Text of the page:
- Yvette Jordanteacher at Central High School and a resident of Newark’s South Ward.
- Erik Olsontop official at the Natural Resources Defense Council, which filed a lawsuit against Newark over the summer.
Thousands of residents in Newark, New Jersey, remain unable to drink their tap water in an enduring public health nightmare. Lead contamination has plagued the city for years, but lead levels have spiked even higher in 2019. The crisis recently came to a head following revelations that water filters distributed to residents may not have been effective. New Jersey’s political leaders are facing mounting criticism for their handling of the water crisis. Advocates say the city downplayed the severity of the problem for years and has been slow on solutions, comparing Newark’s water crisis to Flint, Michigan. We speak with Yvette Jordan, teacher at Newark’s Central High School and a resident of Newark’s South Ward, and Erik Olson, a top official at the Natural Resources Defense Council, which filed a lawsuit against Newark over the summer, accusing the city of violating federal safe drinking water laws.
AMY GOODMAN: This is Democracy Now! I’m Amy Goodman, with Nermeen Shaikh.
NERMEEN SHAIKH: We end today’s show with the water crisis in Newark, New Jersey, where thousands of residents remain unable to drink their tap water in an enduring public health nightmare. Lead contamination has plagued the city for years, but lead levels have spiked even higher in 2019. The crisis recently came to a head following revelations that water filters distributed to residents may not have been effective. The news came in August, when the Environmental Protection Agency ordered Newark officials to distribute bottled water to 15,000 residents, saying water filters were not fully shielding thousands of homes from lead exposure. Newark residents waited in line for hours to receive their water. The city then stopped handing out the bottles after discovering many of them had exceeded their best-by date.
AMY GOODMAN: Newark is the largest city in New Jersey with nearly 300,000 residents. Its water crisis primarily affects its poor and black community. In 2017, more than 13% of New Jersey children with elevated lead levels were in Newark, despite just 3.8% of the state’s children living there.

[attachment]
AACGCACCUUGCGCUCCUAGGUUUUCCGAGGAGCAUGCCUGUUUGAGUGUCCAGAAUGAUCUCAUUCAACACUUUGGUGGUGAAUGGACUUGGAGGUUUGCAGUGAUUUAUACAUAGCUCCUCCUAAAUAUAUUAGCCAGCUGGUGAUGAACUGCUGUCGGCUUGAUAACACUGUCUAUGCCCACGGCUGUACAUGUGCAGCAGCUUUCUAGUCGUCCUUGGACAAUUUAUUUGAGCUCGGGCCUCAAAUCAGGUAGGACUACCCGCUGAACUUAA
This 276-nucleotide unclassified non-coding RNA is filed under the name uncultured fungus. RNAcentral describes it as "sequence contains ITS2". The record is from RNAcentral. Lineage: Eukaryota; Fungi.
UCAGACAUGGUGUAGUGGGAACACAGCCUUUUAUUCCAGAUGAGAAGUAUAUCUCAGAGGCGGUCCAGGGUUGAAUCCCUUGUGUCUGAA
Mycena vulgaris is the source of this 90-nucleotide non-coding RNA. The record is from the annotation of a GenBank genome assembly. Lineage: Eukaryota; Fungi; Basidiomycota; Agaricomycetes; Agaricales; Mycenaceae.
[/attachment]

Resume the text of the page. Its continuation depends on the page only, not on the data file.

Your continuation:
Well, for more, we’re joined here in New York by Yvette Jordan, a teacher at Newark’s Central High and resident of Newark’s South Ward. And in Chicago, Illinois, we’re joined by Erik Olson, a top official at the Natural Resources Defense Council, which filed a lawsuit against Newark over the summer, accusing it of violating federal safe drinking water laws.
We want to thank you both for being with us. Erik, let’s begin with you. Lay out the issue in Newark right now.
ERIK OLSON: Well, basically, what we have is a public health crisis in Newark. Unfortunately, the lead levels in the drinking water in Newark are some of the highest in the country that have been recorded in recent years for any city. So, basically, what’s happening is bottled water is being distributed to some citizens in Newark, because the filters didn’t look like they were working. There’s more tests going on to figure out why that’s the case. But we’ve got a lot of people across the city, especially children, who are really put at risk. The best estimates from 2017 are that at least 700 kids in Newark have elevated blood lead levels. We don’t know how much of that is from the drinking water. But the bottom line is that we’ve got real health risks in Newark, and we need to fix the problem, and the city has been pretty slow to getting around to taking action on it.